I was always referred to as an eccentric kid, who danced to the beat of her own drum. Group games and sports never interested me, and I was in fact scared of groups of people. I kept my own counsel, and observed. I loved the fringe-dwellers at school, those who also danced to their own music. I was welcomed to join the “crowd,” though never felt the need to. There were times when friendships ran hot and cold, and someone wouldn’t be my friend anymore after not doing what they commanded. It mystified and hurt me. By the time I was fourteen, I was a loved member of a friendship group I found on the streets. They were from different schools, though all had damaged homes. They were mother hens to this troubled chick, making sure I ate, and that I felt loved. When I was taken to the clinic, I lost my support base. I knew nobody, and was very alone. It didn’t take long for friendships to come into my sphere again. In a clinic, the façade of “the crowd” has been stripped away and there is a rawness that is as exquisite as it is confronting. No fake smiles or small talk. Straight into why you want to die, and what will make living bearable for you. Holding a friend’s bowl, whilst she dry-retches and sponging her forehead. Holding a wounded girl in your arms whilst she sobs. The sort of emotional intimacy it would take years to build up, is accomplished in five minutes. I hated this place, though I loved the people. My friends didn’t just break into pieces one day. It took years of chiselling and whittling to provide the circumstances in which they happened to be admitted. They tried to spare me my fate. They could see it happening, could see him circling. They would have done anything. They tried.
After several months in hospital, I went home after the fall. I had no friends, for my peers had gotten on with their lives and I had been forever changed. The next three years were spent doing correspondence school, seeing doctors and police officers. It was a strange existence, though one I am grateful for. When one isn’t exposed to a myriad of people each day, one gets to know oneself intimately. The downside was that when I went out into the world at eighteen, I thought everybody was lovely and had good intent. Some didn’t. Some wanted to use me, drain me, wound me. I had to learn to protect my heart whilst collecting friendships. When one comes across a forever friend, you know you have found a treasure. No need to hide. Love and support are offered in abundance. I love all my friendships, and wish I could see these dear people on a daily basis. I try to catch up whenever I can. When one has known profound loneliness and isolation, it makes you appreciate your companions all the more. Each is a gossamer thread in the tapestry of my life, contributing detail. I try to be a good friend, and when their heart’s break, mine does too. My dearest wish is that they all know how loved and treasured they are. It has taken a long while to find them all, but now that I have, I feel humbled. You cant orchestrate the natural coming together of individuals. Part of the joy is seeing it unravel over time. I love you all, my friends. All unique; the dreamers, artists, writers, doers of good. You have sustained me, and helped tie the loose ends of my life into a beautiful bow. I will try and be worthy of your kindness.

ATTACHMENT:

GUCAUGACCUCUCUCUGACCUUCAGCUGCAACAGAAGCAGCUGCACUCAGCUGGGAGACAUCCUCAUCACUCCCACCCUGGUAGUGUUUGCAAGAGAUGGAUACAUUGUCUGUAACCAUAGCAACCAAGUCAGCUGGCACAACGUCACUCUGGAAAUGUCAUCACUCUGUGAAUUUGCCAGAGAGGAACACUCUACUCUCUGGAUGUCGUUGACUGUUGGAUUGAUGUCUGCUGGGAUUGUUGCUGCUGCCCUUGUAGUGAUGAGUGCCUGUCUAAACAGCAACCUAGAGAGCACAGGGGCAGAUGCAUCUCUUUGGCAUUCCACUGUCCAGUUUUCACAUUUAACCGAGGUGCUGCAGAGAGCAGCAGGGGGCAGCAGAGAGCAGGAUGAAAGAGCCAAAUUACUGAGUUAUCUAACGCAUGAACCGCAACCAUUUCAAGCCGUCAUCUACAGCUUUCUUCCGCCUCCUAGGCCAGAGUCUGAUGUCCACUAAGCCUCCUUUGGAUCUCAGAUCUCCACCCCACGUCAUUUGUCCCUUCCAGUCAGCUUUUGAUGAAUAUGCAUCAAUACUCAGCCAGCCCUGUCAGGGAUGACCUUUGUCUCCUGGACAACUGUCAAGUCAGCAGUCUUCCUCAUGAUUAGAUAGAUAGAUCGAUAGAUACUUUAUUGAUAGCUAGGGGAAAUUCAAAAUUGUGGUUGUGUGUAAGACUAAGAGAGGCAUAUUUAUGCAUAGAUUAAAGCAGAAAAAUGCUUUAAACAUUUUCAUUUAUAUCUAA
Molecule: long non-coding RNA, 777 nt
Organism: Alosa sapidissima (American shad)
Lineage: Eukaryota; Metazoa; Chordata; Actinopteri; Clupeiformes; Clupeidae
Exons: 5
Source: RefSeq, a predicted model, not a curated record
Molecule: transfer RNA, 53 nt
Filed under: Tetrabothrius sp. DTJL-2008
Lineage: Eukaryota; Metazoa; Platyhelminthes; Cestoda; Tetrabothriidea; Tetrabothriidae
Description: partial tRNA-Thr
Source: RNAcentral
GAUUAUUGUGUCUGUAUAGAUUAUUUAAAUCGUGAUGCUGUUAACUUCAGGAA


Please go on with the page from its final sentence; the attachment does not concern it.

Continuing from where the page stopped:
The prompt from the gorgeous http://anastasiaamour.com/projectpositive/ today is the body. Where do I start?! I was drugged as a child, and walked around in a soporific film of chemicals. Joy and anger were equally blunted. I almost died at thirteen from my seizures. This body is so marvellous that when I woke from my coma, […]
My beautiful friend Anastasia, over at http://anastasiaamour.com/projectpositive/ has a wondrous venture, called #Project Positive! Each day during September, there will be a prompt, Today it is the face. I love my face because it is capable of smiling and the skin around my eyes is capable of creasing when I break into a wide grin. That is remarkable. My face has been bruised and punched; my lips have been split open, as has my head. My face has healed and restored, and is capable of fronting up, and facing this world. A few years ago, this face had extensive plastic surgery for removal of tumours.
There was a chance that the nerves may be partially paralysed. I was not concerned. My little girl was unafraid, for she saw her mother’s spirit peeking out of those swollen eyes. I was under twilight sedation during surgery, and had extraordinary epiphanies, which I needed to bang on about. I was warned that unless I shut up, I would have to be knocked out cold, as the surgeon was trying to do a flap repair near my mouth. I didn’t stop talking, so was indeed knocked out cold! I love this cheeky, impudent face. Splashing it with cold water each morning, feeling winter’s frost and a Sydney summer upon it’s skin. I love that when my face was battered and bruised, my child looked into my eyes, and said “oh, there you are.”